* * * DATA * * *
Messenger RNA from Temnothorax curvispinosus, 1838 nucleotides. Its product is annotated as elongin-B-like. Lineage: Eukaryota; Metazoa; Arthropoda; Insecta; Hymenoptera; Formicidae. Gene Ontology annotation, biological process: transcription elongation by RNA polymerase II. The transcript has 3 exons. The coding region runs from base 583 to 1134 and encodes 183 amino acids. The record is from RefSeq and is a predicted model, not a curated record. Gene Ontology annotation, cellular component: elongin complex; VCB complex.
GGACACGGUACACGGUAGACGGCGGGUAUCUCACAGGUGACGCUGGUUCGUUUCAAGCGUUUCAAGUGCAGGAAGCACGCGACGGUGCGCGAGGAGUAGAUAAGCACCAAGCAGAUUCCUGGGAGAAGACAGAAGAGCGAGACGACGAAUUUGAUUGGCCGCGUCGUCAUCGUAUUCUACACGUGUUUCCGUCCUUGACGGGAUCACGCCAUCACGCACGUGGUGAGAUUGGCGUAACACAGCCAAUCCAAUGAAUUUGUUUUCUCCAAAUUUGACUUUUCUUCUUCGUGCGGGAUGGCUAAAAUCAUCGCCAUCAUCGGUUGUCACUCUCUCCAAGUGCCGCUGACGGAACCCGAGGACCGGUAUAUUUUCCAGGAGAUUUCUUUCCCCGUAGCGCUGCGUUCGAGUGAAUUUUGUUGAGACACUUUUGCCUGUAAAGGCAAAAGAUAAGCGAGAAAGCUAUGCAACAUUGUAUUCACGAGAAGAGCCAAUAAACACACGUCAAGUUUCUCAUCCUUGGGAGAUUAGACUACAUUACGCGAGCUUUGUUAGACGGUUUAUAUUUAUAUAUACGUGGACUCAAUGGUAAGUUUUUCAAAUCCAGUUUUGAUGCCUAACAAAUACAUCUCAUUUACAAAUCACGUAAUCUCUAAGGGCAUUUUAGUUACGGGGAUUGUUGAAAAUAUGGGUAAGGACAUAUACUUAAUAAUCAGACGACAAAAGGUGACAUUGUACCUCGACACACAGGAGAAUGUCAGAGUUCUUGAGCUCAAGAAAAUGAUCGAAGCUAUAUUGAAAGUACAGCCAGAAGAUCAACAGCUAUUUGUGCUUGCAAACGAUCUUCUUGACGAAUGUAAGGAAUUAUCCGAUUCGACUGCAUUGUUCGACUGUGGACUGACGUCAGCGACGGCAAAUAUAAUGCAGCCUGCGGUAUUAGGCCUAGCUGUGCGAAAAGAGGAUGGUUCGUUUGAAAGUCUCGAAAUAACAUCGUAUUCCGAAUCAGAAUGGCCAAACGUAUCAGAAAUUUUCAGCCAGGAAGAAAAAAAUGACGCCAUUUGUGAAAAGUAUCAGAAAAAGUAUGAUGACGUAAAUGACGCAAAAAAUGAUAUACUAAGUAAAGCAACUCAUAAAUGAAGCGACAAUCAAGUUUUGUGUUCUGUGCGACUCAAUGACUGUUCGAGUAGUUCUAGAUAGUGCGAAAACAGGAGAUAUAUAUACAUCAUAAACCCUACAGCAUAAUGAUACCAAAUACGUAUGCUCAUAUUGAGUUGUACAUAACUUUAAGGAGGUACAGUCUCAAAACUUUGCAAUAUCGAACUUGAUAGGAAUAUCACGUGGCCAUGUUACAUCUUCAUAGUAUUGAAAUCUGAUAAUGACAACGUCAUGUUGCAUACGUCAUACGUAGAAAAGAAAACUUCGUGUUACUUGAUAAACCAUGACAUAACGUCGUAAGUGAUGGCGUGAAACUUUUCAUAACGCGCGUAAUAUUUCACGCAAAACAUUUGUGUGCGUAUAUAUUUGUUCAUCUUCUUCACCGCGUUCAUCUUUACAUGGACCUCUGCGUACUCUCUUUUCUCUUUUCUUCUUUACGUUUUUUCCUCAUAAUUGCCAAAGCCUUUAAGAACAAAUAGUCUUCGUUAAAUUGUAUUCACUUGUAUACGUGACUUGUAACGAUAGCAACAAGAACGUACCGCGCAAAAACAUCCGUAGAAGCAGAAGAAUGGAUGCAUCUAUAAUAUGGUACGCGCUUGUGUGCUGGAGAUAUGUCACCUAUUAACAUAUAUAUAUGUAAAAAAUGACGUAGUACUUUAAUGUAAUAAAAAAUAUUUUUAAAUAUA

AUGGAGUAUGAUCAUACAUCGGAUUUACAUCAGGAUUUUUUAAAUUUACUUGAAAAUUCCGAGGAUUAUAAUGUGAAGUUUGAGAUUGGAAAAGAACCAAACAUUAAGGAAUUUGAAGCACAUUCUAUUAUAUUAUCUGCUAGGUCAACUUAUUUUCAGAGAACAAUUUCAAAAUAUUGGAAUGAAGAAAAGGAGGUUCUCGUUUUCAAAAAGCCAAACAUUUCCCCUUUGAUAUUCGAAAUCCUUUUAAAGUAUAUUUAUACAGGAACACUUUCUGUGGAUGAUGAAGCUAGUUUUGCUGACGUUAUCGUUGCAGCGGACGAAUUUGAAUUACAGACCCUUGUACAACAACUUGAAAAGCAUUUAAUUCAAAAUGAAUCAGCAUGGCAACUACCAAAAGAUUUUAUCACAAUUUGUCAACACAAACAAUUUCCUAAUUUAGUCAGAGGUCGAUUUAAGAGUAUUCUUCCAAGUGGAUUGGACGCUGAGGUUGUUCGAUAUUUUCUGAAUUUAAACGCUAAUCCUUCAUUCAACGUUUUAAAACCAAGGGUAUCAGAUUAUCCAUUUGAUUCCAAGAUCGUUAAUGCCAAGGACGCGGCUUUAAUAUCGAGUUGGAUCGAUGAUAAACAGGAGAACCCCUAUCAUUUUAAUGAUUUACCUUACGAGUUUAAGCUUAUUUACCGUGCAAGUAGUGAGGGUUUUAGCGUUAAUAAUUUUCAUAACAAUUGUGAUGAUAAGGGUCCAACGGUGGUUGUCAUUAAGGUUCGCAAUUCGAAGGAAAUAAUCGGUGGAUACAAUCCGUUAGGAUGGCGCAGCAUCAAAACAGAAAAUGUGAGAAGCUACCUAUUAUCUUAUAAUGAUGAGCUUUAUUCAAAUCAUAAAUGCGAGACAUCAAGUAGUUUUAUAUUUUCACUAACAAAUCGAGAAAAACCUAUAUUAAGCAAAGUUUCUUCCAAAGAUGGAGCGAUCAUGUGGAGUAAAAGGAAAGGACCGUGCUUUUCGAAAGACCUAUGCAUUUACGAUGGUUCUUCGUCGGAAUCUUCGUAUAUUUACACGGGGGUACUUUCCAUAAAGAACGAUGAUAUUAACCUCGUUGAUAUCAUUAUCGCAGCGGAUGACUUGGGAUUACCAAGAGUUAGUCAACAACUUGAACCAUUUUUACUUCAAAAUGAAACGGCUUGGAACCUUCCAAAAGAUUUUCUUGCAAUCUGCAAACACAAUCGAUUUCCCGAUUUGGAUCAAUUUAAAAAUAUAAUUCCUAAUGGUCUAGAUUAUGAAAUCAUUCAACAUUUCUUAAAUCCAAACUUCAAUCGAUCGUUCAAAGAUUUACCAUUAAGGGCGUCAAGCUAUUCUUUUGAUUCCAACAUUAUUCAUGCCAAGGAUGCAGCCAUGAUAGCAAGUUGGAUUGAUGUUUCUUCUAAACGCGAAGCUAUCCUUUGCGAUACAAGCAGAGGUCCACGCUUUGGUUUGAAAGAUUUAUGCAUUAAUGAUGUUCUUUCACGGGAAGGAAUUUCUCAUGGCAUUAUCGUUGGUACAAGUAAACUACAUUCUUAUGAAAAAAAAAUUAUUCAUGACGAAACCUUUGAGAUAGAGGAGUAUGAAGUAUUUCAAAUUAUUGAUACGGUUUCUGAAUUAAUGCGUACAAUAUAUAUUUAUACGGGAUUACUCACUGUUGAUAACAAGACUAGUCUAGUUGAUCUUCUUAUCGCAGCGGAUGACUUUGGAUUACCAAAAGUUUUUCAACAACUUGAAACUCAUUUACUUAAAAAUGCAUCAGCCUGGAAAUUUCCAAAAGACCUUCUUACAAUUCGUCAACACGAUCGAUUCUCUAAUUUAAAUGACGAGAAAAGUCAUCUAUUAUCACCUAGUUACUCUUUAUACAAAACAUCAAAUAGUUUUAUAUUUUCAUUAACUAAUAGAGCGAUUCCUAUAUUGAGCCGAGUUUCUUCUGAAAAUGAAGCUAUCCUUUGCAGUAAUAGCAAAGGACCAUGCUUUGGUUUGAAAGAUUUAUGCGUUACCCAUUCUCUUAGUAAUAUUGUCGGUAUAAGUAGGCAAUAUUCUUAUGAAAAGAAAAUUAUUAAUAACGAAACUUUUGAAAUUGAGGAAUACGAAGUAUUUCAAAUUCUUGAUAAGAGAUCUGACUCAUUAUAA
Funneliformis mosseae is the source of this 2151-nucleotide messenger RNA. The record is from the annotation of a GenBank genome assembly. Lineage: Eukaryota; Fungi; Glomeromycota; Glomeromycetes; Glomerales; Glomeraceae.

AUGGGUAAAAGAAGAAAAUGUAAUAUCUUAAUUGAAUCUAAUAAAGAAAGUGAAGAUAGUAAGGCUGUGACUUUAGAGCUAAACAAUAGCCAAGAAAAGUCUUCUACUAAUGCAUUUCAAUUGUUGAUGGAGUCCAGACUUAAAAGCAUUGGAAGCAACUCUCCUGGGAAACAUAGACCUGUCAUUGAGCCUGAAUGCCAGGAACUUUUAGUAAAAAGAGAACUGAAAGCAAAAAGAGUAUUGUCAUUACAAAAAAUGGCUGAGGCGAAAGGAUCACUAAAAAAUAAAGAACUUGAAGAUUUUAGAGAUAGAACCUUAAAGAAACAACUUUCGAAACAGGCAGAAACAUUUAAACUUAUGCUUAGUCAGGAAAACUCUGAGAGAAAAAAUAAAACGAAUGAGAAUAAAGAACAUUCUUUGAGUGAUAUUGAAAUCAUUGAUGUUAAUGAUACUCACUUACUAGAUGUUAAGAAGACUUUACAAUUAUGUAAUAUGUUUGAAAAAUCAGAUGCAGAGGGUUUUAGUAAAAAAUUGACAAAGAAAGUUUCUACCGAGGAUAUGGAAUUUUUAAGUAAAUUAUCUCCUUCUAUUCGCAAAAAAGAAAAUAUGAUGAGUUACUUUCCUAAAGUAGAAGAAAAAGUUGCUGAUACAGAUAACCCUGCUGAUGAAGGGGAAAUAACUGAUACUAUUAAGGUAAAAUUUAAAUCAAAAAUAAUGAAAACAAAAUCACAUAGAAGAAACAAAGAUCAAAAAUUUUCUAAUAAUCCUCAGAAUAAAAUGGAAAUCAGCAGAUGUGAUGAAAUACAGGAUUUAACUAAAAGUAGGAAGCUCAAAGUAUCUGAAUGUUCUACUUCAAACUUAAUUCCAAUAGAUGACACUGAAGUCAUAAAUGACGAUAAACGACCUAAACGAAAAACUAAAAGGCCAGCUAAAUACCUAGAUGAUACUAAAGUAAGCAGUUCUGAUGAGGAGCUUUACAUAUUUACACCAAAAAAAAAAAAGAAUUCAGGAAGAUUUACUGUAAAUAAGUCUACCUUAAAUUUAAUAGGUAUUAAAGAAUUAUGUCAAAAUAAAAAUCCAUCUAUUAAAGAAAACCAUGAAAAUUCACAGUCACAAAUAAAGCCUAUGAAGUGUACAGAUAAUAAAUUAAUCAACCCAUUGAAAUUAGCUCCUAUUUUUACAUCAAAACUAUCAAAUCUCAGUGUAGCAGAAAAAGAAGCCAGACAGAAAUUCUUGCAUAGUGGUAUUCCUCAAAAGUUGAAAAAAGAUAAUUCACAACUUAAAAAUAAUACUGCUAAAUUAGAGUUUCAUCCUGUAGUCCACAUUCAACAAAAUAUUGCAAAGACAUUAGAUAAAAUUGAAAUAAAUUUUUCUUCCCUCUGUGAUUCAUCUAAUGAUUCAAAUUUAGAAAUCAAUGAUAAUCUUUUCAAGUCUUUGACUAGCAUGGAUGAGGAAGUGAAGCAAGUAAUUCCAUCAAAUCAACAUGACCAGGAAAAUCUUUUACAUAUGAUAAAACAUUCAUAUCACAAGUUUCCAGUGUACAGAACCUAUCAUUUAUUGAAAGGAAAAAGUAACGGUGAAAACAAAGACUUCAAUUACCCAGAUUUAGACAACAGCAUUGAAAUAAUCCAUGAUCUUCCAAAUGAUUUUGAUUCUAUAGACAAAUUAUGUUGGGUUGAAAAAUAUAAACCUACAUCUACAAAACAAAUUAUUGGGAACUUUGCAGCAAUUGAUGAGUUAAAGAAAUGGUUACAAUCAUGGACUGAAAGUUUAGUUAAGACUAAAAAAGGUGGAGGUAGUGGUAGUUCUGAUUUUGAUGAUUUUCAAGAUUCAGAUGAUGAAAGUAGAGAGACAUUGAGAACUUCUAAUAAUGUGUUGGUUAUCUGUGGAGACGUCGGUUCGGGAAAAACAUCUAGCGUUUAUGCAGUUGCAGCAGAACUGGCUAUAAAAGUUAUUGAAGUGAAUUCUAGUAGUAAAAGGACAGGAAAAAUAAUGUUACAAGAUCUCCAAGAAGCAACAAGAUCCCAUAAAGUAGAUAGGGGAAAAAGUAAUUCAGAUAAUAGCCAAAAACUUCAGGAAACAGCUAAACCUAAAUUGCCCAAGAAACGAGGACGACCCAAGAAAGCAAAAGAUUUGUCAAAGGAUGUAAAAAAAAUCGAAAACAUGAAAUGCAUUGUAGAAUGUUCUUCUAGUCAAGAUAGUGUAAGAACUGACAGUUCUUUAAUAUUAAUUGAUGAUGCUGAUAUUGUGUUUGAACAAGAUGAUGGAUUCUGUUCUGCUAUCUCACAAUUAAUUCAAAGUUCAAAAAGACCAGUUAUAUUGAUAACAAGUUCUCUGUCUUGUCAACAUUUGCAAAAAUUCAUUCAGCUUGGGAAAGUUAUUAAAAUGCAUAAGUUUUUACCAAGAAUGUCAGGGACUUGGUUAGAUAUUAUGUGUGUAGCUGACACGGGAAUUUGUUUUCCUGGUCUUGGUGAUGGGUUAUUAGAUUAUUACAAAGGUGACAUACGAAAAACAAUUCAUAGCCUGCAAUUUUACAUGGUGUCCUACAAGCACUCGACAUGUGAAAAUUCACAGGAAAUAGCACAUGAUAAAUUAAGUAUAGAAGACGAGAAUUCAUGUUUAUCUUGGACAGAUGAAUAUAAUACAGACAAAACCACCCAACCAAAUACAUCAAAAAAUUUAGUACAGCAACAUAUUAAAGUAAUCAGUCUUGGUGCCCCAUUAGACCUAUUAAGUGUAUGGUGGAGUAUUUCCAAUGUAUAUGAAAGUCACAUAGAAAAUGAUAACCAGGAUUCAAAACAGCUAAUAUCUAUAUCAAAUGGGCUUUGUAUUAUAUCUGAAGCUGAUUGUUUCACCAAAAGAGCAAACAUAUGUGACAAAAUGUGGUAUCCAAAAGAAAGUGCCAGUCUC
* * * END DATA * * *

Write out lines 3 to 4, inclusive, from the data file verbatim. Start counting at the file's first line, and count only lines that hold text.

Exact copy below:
AUGGAGUAUGAUCAUACAUCGGAUUUACAUCAGGAUUUUUUAAAUUUACUUGAAAAUUCCGAGGAUUAUAAUGUGAAGUUUGAGAUUGGAAAAGAACCAAACAUUAAGGAAUUUGAAGCACAUUCUAUUAUAUUAUCUGCUAGGUCAACUUAUUUUCAGAGAACAAUUUCAAAAUAUUGGAAUGAAGAAAAGGAGGUUCUCGUUUUCAAAAAGCCAAACAUUUCCCCUUUGAUAUUCGAAAUCCUUUUAAAGUAUAUUUAUACAGGAACACUUUCUGUGGAUGAUGAAGCUAGUUUUGCUGACGUUAUCGUUGCAGCGGACGAAUUUGAAUUACAGACCCUUGUACAACAACUUGAAAAGCAUUUAAUUCAAAAUGAAUCAGCAUGGCAACUACCAAAAGAUUUUAUCACAAUUUGUCAACACAAACAAUUUCCUAAUUUAGUCAGAGGUCGAUUUAAGAGUAUUCUUCCAAGUGGAUUGGACGCUGAGGUUGUUCGAUAUUUUCUGAAUUUAAACGCUAAUCCUUCAUUCAACGUUUUAAAACCAAGGGUAUCAGAUUAUCCAUUUGAUUCCAAGAUCGUUAAUGCCAAGGACGCGGCUUUAAUAUCGAGUUGGAUCGAUGAUAAACAGGAGAACCCCUAUCAUUUUAAUGAUUUACCUUACGAGUUUAAGCUUAUUUACCGUGCAAGUAGUGAGGGUUUUAGCGUUAAUAAUUUUCAUAACAAUUGUGAUGAUAAGGGUCCAACGGUGGUUGUCAUUAAGGUUCGCAAUUCGAAGGAAAUAAUCGGUGGAUACAAUCCGUUAGGAUGGCGCAGCAUCAAAACAGAAAAUGUGAGAAGCUACCUAUUAUCUUAUAAUGAUGAGCUUUAUUCAAAUCAUAAAUGCGAGACAUCAAGUAGUUUUAUAUUUUCACUAACAAAUCGAGAAAAACCUAUAUUAAGCAAAGUUUCUUCCAAAGAUGGAGCGAUCAUGUGGAGUAAAAGGAAAGGACCGUGCUUUUCGAAAGACCUAUGCAUUUACGAUGGUUCUUCGUCGGAAUCUUCGUAUAUUUACACGGGGGUACUUUCCAUAAAGAACGAUGAUAUUAACCUCGUUGAUAUCAUUAUCGCAGCGGAUGACUUGGGAUUACCAAGAGUUAGUCAACAACUUGAACCAUUUUUACUUCAAAAUGAAACGGCUUGGAACCUUCCAAAAGAUUUUCUUGCAAUCUGCAAACACAAUCGAUUUCCCGAUUUGGAUCAAUUUAAAAAUAUAAUUCCUAAUGGUCUAGAUUAUGAAAUCAUUCAACAUUUCUUAAAUCCAAACUUCAAUCGAUCGUUCAAAGAUUUACCAUUAAGGGCGUCAAGCUAUUCUUUUGAUUCCAACAUUAUUCAUGCCAAGGAUGCAGCCAUGAUAGCAAGUUGGAUUGAUGUUUCUUCUAAACGCGAAGCUAUCCUUUGCGAUACAAGCAGAGGUCCACGCUUUGGUUUGAAAGAUUUAUGCAUUAAUGAUGUUCUUUCACGGGAAGGAAUUUCUCAUGGCAUUAUCGUUGGUACAAGUAAACUACAUUCUUAUGAAAAAAAAAUUAUUCAUGACGAAACCUUUGAGAUAGAGGAGUAUGAAGUAUUUCAAAUUAUUGAUACGGUUUCUGAAUUAAUGCGUACAAUAUAUAUUUAUACGGGAUUACUCACUGUUGAUAACAAGACUAGUCUAGUUGAUCUUCUUAUCGCAGCGGAUGACUUUGGAUUACCAAAAGUUUUUCAACAACUUGAAACUCAUUUACUUAAAAAUGCAUCAGCCUGGAAAUUUCCAAAAGACCUUCUUACAAUUCGUCAACACGAUCGAUUCUCUAAUUUAAAUGACGAGAAAAGUCAUCUAUUAUCACCUAGUUACUCUUUAUACAAAACAUCAAAUAGUUUUAUAUUUUCAUUAACUAAUAGAGCGAUUCCUAUAUUGAGCCGAGUUUCUUCUGAAAAUGAAGCUAUCCUUUGCAGUAAUAGCAAAGGACCAUGCUUUGGUUUGAAAGAUUUAUGCGUUACCCAUUCUCUUAGUAAUAUUGUCGGUAUAAGUAGGCAAUAUUCUUAUGAAAAGAAAAUUAUUAAUAACGAAACUUUUGAAAUUGAGGAAUACGAAGUAUUUCAAAUUCUUGAUAAGAGAUCUGACUCAUUAUAA
Funneliformis mosseae is the source of this 2151-nucleotide messenger RNA. The record is from the annotation of a GenBank genome assembly. Lineage: Eukaryota; Fungi; Glomeromycota; Glomeromycetes; Glomerales; Glomeraceae.